It's a book about how family members, teachers, society, all authority figures can fail someone so entirely. It's about how the truth can be grossly twisted, to devastating effect.
What is interesting, however, is the way the book examines cycles of violence and abuse, asking us to consider at the book's darkest moments: what horrors must have happened to Kathleen to make her this way? How much fear must Megan live in to assist her mother in abusing her stepsister? We are reminded that no one is born evil.
“But Megan hurt me.” My tears are sudden and angry. “I know.” “I don’t feel sorry for her.” “I do,” Reverend Shaw says calmly.
I've spoken before about how I think one of the most truly scary things is to tell the truth and have no one believe you. To have people believe you're the bad guy, that you have some hidden agenda... this book is that feeling x1000. I was so scared and horrified for June. I kept turning the pages in a desperate need to know what happened to her.
This book hurt me so bad. The unfairness, the injustice in Paper Butterflies was almost too much for me. It was a claustrophobic, suffocating, horrifying book. And yet, somehow, I feel the need to read everything Heathfield has ever written.
The most pervasive aspect of the Default Man identity is that it masquerades very efficiently as 'normal' - and 'normal' along with 'natural', is a d
The most pervasive aspect of the Default Man identity is that it masquerades very efficiently as 'normal' - and 'normal' along with 'natural', is a dangerous word, often at the root of hateful prejudice.
Grayson Perry is known mostly for his artwork and transvestism. Here he draws on his own experiences with masculinity and femininity to explore traditional ideas about what it means to be masculine, and challenge those ideas. It's an easy, interesting read, complete with some great artwork.
Where it fails a little is when considering this alongside other books about gender. It works better as a memoir on Perry's growing up and transvestism. The Descent of Man is very personal - which alternated between being a positive and a negative. His experiences as a boy trying on his mother's dresses and redefining his own personal gender norms were great to read about and kept the pages turning, but what this book adds to the discussion on gender and masculinity is less impressive.
Perry doesn't cite any references, though his ideas have already been brought forward by numerous other writers - most notably, Judith Butler in Gender Trouble. Anyone who has read a little into gender studies already knows what he tells us: that masculinity is a social construct; that the patriarchy and gender binary are damaging to women, men and those who identify as both or neither; that a better world, a better notion of masculinity, would allow men to be weak, vulnerable and emotional.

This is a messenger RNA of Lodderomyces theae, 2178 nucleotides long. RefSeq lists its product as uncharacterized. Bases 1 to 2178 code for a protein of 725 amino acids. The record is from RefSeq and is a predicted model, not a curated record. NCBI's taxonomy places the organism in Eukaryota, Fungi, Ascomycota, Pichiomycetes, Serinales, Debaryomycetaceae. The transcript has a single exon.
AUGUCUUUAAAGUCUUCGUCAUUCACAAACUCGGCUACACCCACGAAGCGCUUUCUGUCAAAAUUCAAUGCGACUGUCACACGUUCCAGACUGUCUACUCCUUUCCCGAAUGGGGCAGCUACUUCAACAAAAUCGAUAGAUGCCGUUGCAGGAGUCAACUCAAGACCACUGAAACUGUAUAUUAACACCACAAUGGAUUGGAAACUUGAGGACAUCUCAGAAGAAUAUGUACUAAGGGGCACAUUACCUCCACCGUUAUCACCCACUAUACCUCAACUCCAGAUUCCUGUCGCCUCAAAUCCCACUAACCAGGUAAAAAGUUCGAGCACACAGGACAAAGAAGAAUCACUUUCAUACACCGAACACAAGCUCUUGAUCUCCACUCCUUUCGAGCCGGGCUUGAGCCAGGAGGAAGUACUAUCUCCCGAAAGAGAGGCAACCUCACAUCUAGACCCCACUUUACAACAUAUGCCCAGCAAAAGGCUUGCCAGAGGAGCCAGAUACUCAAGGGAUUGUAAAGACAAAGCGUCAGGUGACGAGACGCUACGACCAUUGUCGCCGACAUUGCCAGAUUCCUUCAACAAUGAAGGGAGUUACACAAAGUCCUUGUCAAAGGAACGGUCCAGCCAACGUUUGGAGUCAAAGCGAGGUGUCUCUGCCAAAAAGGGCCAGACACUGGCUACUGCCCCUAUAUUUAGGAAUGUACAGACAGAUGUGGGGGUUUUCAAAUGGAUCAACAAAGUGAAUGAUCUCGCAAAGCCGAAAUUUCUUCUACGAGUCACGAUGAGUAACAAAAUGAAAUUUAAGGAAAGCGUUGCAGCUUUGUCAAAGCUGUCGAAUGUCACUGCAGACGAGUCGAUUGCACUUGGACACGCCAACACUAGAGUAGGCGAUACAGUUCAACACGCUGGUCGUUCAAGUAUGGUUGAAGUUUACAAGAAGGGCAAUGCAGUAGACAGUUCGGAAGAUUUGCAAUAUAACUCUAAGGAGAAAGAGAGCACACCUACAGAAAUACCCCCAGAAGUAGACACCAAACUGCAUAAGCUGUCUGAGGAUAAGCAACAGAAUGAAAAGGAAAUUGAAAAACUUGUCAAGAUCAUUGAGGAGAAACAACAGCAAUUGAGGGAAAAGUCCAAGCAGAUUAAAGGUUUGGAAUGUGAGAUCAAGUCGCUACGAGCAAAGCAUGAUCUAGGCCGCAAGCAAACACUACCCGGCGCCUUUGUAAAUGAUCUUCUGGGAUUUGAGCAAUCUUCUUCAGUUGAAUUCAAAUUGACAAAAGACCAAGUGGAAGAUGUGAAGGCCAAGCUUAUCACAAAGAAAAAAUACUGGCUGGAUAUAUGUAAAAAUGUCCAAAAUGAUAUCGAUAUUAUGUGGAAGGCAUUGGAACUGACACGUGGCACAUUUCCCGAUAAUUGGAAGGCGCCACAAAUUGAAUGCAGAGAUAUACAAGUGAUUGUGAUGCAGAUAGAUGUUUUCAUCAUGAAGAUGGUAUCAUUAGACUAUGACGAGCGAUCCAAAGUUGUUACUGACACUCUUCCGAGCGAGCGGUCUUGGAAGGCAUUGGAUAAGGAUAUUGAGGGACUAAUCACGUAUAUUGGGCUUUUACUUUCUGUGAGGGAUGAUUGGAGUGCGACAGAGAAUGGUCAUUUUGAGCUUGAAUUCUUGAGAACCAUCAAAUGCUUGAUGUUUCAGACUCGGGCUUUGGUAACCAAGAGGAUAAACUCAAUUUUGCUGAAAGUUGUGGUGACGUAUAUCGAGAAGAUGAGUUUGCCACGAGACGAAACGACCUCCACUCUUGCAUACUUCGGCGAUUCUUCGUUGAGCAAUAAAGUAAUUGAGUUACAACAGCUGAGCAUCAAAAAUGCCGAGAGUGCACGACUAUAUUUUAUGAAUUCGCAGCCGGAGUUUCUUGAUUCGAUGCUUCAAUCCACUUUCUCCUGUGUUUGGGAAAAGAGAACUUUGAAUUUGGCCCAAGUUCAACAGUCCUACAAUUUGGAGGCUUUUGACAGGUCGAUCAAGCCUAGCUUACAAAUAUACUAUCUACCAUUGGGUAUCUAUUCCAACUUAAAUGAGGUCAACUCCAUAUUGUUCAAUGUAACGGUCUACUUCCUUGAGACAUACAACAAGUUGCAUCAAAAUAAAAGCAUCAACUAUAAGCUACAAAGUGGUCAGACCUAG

He sets out with two clear agendas: 1) To expose the social construct of masculinity, and 2) Convince men it is beneficial to them to change the traditional idea of what it means to be "masculine".
He does the first mostly by reiterating the work of other writers. By far his most valuable contribution to the gender discussion is his idea of the "Default Man" - an oblivious creature who doesn't see the detriment to society caused by traditional ideas of gender because they tend to work in his favour. Too bad Perry makes way too many generalizations with this idea without pausing to consider how some might intentionally use it to their own benefit, or simply not care about the harm it does because of their personal beliefs or gains.
Additionally, by his own admission, he wishes to convince these "Default Men" that they should change, and despite showing his own experiences and how a new interpretation of masculinity could benefit him, I don't think he did that. The later chapters of the book lost the initial focus and I felt it lacked a strong conclusion as to how the "Default Man" would benefit from a change. The DM, by his nature, believes in traditional masculinity that shuns male weakness, so offering him the opportunity to be weak feels, itself, like a weak argument.
Also, though he expresses many ideas aligned with feminist ideology, he refers to them as "the feminists", a separate group - it seems - from himself. And though I don’t believe he meant this to be derogatory, his clear desire to distance himself from the word was unfortunate, given the book seems in many ways a feminist one.
Still, a quick and interesting read. I especially liked Perry's acknowledgement of the masculine and feminine traits that can exist alongside one another in anyone. They are not mutually exclusive. In fact, this reminded me of one of my favourite songs: When I Was a Boy by Dar Williams.